The Olympics were the tennis tournament of the year for many reasons, but access to YouTube highlights wasn’t one of them. The Games are, among other things, one giant proprietary right. Which is a shame on a day like today, when we could use a clip to tell the whole story of my third most memorable match of 2012: Roger Federer’s epic, emotional, 3-6, 7-6 (5), 19-17 win over Juan Martin del Potro in the semifinals. At four hours and 26 minutes, it was the longest three-set match in the sport's history.
NBC does have its own set of highlights, which you can find here. As for embedding, we’re lucky enough to have the last 11 minutes or so, in two parts, and seemingly from two different living rooms, above. The first eight come with their own one-person rooting section, while the last three may or may not be accompanied by a soundtrack from a different sporting event entirely. Never mind. Watching Federer and del Potro stagger each other with haymakers, like two fighters who have lasted way past the 15th round, will quickly remind you of what it felt like on the most intense afternoon of tennis this year.
—We don’t see any of it, but this was del Potro’s match for most of the first two sets. He opened by winning a 23-shot rally in the first game and kept firing from there. It was the sixth time these two had played in 2012 alone, and while del Potro hadn’t won any of those matches, he had come up with his best showing the month before, when he led two sets to love at Roland Garros. It seemed, as he plowed his way through a first set win and reached break points at both 2-2 and 4-4 in the second on Centre Court, that this was going to be his day to break the streak. Federer, who made his share of mistakes, especially around the net, and was just two of 13 on break point chances, believed it was a distinct possibility himself.
“I was seeing myself as the loser many times during the match,” Federer said afterward.
—Federer fought his way back and escaped in the second-set tiebreaker, with a little help from del Potro. I can remember thinking, after the Argentine muffed an easy forehand when he had a lead in the breaker, that he wasn’t quite mentally ready to finish Federer off, on this giant stage, just yet.
When Federer closed the second set with a customary ace out wide in the ad court and the crowd roared, I thought del Potro was toast. He had struggled to compete against Federer all season. In Indian Wells, he had let a missed call send him over the edge, and in Paris he had disappeared completely for two sets. This time, he wasn't toast. This time, inspired by the chance to win a medal for his country, the big man was valiant. The clip above begins with del Potro coming back from 0-40, and then 0-30, to hold. While he eventually lost that day, it felt like a step forward for him. He would go on to win his final two matches of the year against Federer, and if he returns to the Grand Slam winner’s circle in 2013, I think we’ll be able to look back at, ironically, this loss as a turning point for him.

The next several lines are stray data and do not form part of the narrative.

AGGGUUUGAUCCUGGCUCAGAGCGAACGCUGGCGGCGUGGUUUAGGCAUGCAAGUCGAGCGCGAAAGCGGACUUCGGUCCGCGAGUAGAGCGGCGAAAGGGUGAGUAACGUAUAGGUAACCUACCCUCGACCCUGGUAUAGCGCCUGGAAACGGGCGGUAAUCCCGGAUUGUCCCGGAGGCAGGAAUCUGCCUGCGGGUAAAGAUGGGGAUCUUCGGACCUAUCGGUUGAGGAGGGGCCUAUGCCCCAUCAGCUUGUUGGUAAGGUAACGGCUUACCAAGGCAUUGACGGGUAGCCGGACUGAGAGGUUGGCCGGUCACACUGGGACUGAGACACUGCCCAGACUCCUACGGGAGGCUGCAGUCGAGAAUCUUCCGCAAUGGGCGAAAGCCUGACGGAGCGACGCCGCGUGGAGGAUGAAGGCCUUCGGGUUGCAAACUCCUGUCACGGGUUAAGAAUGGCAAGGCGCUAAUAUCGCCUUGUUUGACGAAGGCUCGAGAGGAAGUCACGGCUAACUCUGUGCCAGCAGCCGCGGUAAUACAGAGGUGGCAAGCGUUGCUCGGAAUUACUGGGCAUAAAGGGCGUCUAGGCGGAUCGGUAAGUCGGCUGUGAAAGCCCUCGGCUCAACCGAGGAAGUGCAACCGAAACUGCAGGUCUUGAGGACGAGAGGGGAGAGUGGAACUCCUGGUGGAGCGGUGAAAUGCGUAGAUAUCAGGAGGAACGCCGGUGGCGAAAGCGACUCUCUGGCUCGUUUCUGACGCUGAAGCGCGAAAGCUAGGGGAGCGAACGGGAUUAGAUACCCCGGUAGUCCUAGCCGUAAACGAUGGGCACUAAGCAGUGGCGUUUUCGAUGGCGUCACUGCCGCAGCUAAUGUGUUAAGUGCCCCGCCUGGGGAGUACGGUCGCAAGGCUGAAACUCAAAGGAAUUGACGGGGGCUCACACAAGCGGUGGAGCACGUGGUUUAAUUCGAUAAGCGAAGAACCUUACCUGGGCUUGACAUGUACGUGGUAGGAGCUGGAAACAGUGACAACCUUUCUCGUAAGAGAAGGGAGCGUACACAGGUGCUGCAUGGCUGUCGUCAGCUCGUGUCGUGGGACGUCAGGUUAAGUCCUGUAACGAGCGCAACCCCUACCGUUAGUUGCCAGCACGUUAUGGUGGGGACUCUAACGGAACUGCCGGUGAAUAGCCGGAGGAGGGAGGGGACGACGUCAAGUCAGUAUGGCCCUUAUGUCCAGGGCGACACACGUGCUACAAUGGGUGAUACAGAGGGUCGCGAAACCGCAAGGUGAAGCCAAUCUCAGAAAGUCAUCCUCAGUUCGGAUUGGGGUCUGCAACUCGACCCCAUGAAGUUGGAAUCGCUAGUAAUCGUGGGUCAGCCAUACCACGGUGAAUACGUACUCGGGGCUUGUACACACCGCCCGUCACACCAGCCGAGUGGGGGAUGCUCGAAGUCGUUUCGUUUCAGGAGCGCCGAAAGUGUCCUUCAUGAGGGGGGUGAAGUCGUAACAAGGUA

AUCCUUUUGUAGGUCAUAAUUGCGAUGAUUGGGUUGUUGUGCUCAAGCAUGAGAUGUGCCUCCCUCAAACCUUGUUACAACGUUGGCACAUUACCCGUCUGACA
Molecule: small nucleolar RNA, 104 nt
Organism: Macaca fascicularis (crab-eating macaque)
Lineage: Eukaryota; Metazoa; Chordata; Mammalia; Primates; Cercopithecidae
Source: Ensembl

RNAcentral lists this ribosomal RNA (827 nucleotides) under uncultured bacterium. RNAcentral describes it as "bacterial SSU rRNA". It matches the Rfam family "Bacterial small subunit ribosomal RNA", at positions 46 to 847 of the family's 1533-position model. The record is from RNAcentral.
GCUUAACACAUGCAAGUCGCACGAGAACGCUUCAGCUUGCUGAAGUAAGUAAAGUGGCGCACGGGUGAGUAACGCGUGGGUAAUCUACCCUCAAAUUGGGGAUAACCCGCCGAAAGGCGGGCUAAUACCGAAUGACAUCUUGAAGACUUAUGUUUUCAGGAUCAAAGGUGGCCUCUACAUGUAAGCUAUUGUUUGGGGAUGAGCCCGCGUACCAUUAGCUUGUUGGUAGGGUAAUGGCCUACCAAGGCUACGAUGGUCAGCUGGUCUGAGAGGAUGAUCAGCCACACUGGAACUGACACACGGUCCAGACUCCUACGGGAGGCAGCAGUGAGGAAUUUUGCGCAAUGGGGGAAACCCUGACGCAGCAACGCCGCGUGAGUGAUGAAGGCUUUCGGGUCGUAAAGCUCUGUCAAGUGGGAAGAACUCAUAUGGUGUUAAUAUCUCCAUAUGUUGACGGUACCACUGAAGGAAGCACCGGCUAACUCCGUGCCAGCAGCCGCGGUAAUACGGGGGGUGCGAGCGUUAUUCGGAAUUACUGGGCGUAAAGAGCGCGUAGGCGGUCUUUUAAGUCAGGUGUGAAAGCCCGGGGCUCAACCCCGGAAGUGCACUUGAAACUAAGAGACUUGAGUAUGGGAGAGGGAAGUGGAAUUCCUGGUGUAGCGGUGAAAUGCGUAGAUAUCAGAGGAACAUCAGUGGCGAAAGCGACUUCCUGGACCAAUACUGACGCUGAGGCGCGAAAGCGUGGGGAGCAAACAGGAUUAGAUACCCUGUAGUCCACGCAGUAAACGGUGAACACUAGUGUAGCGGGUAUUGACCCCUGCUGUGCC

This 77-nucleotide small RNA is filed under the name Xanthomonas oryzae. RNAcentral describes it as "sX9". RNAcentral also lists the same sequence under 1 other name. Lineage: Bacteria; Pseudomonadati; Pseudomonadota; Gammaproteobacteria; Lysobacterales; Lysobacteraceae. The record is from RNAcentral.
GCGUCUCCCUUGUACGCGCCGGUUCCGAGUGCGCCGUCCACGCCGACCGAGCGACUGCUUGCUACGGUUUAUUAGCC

—We pick up the match after more than three-and-a-half hours of play. By this point, strategic subtlety is mostly out the window and both guys are hauling off and scrambling with everything they have left. It’s amazing, as tired as they must have been, how many times they find the lines and how many of those big shots they get back. While del Potro kept coming back from deficits, Federer had to deal with continually serving to stay in the match. Both men are flying on Olympian inspiration, especially when Federer slides far to his right for a squash shot that leads to the crucial service break in the next to last game. That was a clay-court move, but you can’t say this grass slowed the action down much.
—“Go Federer.” I’m just going to be thankful that this sign wasn't prefaced with a “Shhh.”
—As great as the tennis is, this match, along with a few others in 2012, finally convinced me that last-set tiebreakers should be the rule at all of the majors (except for the finals of those events). I’m happy that the Olympics has made that rule change for Rio in 2016. Yes, you get memorable epics when you go into extra innings, and, along with his 2009 Wimbledon win over Andy Roddick, this match will go down as a signature moment in Federer’s career in large part because of the crazy scoreline. In general, though, matches don’t become more dramatic after the score is 6-6 in the deciding set; they just keep going, often to the exasperation of fans. Six-all is the perfect spot to close it, and a perfect spot for both players to walk out together on the two-person high-wire known as a tiebreaker.
—There’s no question, of course, that this match was special. Even Kobe Bryant, with a game to play the following day, stuck around until the end. While Federer didn’t end up winning the gold, the fact that he was able, in his fourth Games, to pull out a classic like this was fitting. He deserved to have a legendary Olympic win, and he was obviously moved to have earned Switzerland the first of its four medals of the Games.
You can tell how special, and how draining, it was for both of them when they meet at the net. Their nuzzle of consolation and congratulation was the most emotional handshake that I can remember from 2012.
“I felt for him in a big way," Federer said when it was finally over, “because I’ve been there as well.”
Federer and del Potro, two athletes competing for something bigger than themselves for four hours, two athletes coming together when it was over. That was the Olympics.